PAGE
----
This is a message that very few faculty could agree with, and in fact some may use the room to launch spirited attacks against it. But the content of such talks are overshadowed by the ongoing hour-to-hour and day-to-day practice of sitting and listening to authority for information and then regurgitating that information on exams.

Many faculty may hope to subvert the system, but a variety of social structures work against them. Radical experiments in teaching carry no guarantees and even fewer rewards in most tenure and promotion systems, even if they are successful. In many cases faculty are required to assess their students in a standardized way to fulfill requirements for the curriculum. Nothing is easier to assess than information recall on multiple-choice exams, and the concise and “objective” numbers satisfy committee members busy with their own teaching and research.

Even in situations in which a spirit of exploration and freedom exist, where faculty are free to experiment to work beyond physical and social constraints, our cognitive habits often get in the way. Marshall McLuhan called it “the rear-view mirror effect,” noting that “We see the world through a rear-view mirror. We march backwards into the future.”2

Most of our assumptions about information are based on characteristics of information on paper. On paper we thought of information as a “thing” with a material form, and we created elaborate hierarchies to classify each piece of information in its own logical place. But as David Weinberger and Clay Shirky have demonstrated, networked digital information is fundamentally different than information on paper.3And each digital innovation seems to shake us free from yet another assumption we once took for granted.

Even something as simple as the hyperlink taught us that information can be in more than one place at one time, challenging our traditional space-time based notions of information as a “thing” that has to be “in a place.” Google began harnessing the links and revolutionized our research with powerful machine-assisted searching.

Blogging came along and taught us that anybody can be a creator of information. Suddenly anybody can create a blog in a matter of seconds. And people have responded. Technorati now reports that there are over 133 million blogs, almost 133 million more than there were just five years ago. YouTube and other video sharing sites have sparked similar widespread participation in the production of video. Over 10,000 hours of video are uploaded to the web everyday. In the past six months more material has been uploaded to YouTube than all of the content ever aired on major network television. While such media beg for participation, our lecture halls are still sending the message, “follow along.”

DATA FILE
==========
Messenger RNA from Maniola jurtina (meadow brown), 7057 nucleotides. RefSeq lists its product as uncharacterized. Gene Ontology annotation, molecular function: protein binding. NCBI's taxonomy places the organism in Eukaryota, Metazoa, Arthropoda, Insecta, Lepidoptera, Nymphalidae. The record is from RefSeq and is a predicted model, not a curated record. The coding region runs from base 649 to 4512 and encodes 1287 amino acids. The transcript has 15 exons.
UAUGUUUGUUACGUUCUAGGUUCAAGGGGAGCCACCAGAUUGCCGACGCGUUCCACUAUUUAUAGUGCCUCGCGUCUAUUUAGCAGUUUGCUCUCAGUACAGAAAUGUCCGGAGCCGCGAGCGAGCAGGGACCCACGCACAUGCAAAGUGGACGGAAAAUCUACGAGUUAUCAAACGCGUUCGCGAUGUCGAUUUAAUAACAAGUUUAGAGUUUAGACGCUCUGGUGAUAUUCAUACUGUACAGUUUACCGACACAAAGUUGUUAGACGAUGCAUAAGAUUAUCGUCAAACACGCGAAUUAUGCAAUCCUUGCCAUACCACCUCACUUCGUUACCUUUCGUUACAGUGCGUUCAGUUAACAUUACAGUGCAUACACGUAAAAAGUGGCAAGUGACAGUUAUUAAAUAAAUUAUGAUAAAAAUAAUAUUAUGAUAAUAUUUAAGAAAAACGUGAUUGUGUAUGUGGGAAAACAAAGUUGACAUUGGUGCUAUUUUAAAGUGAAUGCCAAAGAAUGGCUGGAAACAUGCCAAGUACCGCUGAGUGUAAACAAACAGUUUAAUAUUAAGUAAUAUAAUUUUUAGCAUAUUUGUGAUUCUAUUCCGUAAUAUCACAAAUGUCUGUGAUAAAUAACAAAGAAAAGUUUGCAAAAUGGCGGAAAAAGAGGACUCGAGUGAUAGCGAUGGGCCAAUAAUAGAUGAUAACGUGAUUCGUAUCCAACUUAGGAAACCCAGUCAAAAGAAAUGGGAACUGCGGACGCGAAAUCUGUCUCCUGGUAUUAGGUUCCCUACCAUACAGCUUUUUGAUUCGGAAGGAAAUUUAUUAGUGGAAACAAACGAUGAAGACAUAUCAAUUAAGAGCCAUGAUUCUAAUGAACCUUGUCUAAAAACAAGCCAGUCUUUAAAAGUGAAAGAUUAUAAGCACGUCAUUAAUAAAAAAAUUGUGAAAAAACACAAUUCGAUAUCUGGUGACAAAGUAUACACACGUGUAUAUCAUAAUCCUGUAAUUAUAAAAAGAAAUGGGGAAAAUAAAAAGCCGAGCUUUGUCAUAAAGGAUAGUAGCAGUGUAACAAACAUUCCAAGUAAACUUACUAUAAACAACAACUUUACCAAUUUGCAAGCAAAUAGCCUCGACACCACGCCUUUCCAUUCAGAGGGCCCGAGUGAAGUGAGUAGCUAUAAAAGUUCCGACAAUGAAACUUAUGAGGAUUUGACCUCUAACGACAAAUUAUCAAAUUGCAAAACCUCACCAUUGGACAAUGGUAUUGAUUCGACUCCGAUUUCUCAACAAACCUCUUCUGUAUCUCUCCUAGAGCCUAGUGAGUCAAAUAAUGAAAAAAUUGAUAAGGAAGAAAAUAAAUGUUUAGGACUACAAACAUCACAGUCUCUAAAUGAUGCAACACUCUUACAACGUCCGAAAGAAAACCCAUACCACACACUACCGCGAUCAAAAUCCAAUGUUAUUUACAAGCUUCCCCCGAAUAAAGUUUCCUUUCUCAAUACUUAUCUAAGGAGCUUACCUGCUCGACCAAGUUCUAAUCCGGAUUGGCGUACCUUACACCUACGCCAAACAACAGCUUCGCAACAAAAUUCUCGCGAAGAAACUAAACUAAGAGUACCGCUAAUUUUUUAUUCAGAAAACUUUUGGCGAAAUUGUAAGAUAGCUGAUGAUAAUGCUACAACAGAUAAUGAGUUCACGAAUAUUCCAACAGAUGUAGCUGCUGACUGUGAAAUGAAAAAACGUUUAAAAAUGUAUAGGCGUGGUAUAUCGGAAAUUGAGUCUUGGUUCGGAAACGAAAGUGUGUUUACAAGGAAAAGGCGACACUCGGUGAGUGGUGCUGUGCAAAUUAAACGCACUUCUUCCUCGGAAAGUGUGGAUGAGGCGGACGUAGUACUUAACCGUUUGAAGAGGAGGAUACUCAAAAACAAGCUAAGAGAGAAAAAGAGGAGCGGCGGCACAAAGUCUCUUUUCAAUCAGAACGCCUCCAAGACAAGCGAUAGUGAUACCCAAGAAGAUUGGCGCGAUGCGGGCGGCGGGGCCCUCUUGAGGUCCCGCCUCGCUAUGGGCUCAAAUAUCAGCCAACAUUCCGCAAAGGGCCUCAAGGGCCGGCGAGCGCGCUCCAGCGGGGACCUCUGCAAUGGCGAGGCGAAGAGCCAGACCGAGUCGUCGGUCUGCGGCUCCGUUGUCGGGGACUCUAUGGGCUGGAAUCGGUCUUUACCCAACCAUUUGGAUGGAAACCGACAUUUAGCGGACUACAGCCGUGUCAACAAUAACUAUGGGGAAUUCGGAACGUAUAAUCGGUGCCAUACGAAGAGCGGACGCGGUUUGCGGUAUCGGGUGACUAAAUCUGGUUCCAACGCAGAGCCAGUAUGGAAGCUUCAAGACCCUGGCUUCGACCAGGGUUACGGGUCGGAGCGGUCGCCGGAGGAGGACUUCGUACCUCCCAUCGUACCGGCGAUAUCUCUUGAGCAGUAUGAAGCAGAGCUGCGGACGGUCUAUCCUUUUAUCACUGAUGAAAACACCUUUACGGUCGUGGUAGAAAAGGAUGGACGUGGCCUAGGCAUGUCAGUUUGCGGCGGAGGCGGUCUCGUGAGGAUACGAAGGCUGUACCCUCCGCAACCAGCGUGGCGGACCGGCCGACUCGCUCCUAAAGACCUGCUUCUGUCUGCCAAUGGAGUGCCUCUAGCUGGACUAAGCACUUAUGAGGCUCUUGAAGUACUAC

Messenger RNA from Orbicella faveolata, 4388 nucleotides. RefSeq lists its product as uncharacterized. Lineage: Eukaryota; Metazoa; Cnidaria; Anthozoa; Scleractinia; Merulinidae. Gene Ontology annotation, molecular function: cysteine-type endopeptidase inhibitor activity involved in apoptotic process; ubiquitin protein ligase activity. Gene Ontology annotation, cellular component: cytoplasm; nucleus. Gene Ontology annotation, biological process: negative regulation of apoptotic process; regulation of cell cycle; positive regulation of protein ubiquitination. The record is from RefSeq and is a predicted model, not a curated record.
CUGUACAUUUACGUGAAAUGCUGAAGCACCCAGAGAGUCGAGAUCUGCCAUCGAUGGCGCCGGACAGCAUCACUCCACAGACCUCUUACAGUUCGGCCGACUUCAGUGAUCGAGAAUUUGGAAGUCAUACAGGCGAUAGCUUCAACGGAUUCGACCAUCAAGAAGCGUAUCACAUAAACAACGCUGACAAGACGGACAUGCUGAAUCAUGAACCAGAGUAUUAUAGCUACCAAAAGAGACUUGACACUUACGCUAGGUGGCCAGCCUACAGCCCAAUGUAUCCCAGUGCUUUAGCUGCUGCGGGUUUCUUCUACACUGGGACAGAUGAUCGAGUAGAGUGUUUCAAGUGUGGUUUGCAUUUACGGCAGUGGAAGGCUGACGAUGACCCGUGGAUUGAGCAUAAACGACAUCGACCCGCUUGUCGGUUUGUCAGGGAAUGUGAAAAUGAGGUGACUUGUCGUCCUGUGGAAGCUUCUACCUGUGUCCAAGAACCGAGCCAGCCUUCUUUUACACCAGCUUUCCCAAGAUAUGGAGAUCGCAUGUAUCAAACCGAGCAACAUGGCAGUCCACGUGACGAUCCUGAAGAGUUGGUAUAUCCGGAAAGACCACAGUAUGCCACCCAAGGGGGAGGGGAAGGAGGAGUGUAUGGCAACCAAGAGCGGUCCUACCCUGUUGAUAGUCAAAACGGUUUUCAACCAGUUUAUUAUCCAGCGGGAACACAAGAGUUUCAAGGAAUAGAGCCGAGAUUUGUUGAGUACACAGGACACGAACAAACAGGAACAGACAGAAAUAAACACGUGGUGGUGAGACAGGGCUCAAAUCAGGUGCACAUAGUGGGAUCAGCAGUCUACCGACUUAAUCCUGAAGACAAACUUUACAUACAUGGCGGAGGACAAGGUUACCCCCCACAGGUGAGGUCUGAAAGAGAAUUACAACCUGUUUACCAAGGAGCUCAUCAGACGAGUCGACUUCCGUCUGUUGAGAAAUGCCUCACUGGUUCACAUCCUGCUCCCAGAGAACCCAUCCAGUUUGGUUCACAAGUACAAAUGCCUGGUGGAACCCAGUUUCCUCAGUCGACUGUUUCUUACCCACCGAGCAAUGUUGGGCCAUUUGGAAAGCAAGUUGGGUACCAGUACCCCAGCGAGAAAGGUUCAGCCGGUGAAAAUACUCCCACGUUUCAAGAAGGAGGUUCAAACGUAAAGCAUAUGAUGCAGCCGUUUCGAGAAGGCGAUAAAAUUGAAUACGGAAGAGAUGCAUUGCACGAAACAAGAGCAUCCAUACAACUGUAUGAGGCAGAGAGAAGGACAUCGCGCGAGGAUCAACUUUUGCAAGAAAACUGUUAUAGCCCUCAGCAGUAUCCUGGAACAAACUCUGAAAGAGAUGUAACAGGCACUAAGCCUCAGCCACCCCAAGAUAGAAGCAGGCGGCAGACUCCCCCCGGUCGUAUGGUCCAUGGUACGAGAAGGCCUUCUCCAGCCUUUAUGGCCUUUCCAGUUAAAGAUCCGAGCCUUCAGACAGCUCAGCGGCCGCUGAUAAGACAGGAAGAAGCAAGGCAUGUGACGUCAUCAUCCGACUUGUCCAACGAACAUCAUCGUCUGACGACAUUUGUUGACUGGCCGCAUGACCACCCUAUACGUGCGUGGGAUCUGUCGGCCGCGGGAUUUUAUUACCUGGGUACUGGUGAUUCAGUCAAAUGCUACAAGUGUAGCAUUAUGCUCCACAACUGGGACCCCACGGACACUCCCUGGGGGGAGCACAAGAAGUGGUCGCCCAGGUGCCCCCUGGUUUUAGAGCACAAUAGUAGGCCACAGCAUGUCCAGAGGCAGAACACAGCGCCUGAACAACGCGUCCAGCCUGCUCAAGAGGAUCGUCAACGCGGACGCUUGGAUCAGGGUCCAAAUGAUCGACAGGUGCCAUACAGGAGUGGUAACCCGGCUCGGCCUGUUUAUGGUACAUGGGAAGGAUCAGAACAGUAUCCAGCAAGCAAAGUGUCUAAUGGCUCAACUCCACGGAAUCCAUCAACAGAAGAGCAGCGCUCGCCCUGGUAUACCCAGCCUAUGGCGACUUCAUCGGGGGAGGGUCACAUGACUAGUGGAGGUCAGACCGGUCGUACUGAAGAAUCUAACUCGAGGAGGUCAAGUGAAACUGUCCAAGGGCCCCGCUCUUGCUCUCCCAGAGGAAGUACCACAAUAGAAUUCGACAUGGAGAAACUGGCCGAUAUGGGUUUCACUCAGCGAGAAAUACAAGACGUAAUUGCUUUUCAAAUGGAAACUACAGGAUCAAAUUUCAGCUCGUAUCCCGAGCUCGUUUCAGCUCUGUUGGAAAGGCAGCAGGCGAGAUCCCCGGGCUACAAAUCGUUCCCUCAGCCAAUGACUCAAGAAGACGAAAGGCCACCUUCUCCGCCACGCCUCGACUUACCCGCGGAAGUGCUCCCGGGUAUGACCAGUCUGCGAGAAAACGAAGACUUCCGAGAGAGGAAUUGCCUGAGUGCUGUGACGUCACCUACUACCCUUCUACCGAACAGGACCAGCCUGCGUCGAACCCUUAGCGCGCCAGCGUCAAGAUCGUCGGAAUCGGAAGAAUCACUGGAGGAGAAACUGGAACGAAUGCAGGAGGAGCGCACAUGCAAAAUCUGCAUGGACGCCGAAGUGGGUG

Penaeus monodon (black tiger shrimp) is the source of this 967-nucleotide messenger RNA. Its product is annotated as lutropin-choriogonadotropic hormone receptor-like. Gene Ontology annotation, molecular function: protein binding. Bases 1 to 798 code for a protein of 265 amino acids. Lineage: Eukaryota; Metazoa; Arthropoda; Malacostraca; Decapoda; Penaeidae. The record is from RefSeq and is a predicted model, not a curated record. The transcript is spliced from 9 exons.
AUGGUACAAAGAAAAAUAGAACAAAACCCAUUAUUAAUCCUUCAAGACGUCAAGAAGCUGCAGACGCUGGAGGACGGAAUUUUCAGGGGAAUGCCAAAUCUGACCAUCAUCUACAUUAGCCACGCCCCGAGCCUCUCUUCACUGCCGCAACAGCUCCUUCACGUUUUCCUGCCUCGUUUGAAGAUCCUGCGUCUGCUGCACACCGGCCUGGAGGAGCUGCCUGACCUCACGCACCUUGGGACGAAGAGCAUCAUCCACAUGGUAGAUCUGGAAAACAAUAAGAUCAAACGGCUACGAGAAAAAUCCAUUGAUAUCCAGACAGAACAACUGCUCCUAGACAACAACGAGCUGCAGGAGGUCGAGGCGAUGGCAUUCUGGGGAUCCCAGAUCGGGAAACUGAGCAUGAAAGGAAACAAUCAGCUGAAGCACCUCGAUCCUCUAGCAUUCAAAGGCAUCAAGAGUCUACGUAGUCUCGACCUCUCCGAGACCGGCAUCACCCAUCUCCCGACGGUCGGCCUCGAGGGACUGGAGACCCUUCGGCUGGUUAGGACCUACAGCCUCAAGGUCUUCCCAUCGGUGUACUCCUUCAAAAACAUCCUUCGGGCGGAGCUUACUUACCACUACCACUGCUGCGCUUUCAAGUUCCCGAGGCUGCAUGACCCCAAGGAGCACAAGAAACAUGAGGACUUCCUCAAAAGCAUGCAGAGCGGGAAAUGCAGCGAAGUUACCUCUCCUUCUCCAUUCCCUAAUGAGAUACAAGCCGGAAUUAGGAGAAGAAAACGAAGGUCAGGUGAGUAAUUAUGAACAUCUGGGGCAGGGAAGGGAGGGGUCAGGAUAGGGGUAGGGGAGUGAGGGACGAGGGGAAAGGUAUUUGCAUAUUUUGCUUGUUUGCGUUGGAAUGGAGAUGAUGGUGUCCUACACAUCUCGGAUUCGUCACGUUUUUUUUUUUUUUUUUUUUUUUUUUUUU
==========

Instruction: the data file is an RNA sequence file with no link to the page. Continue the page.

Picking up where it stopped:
Wikipedia has taught us yet another lesson, that a networked information environment allows people to work together in new ways to create information that can rival (and even surpass) the content of experts by almost any measure. The message of Wikipedia is not “trust authority” but “explore authority.” Authorized information is not beyond discussion on Wikipedia, information is authorized through discussion, and this discussion is available for the world to see and even participate in. This culture of discussion and participation is now available on any website with the emerging “second layer” of the web through applications like Diigo which allow you to add notes and tags to any website anywhere.

And as we note and tag these sites, we are also collectively organizing them, so that the notion that this new media environment is too big and disorganized for anybody to find anything worthwhile and relevant is simply not the case. Our old assumption that information is hard to find, is trumped by the realization that if we set up our hyper-personalized digital network effectively, information can find us. For example, I have set up my own Netvibes portal so that the moment anybody anywhere tags something with certain keywords I am interested in I will immediately receive a link to the item. It is like continuously working with thousands of research associates around the world.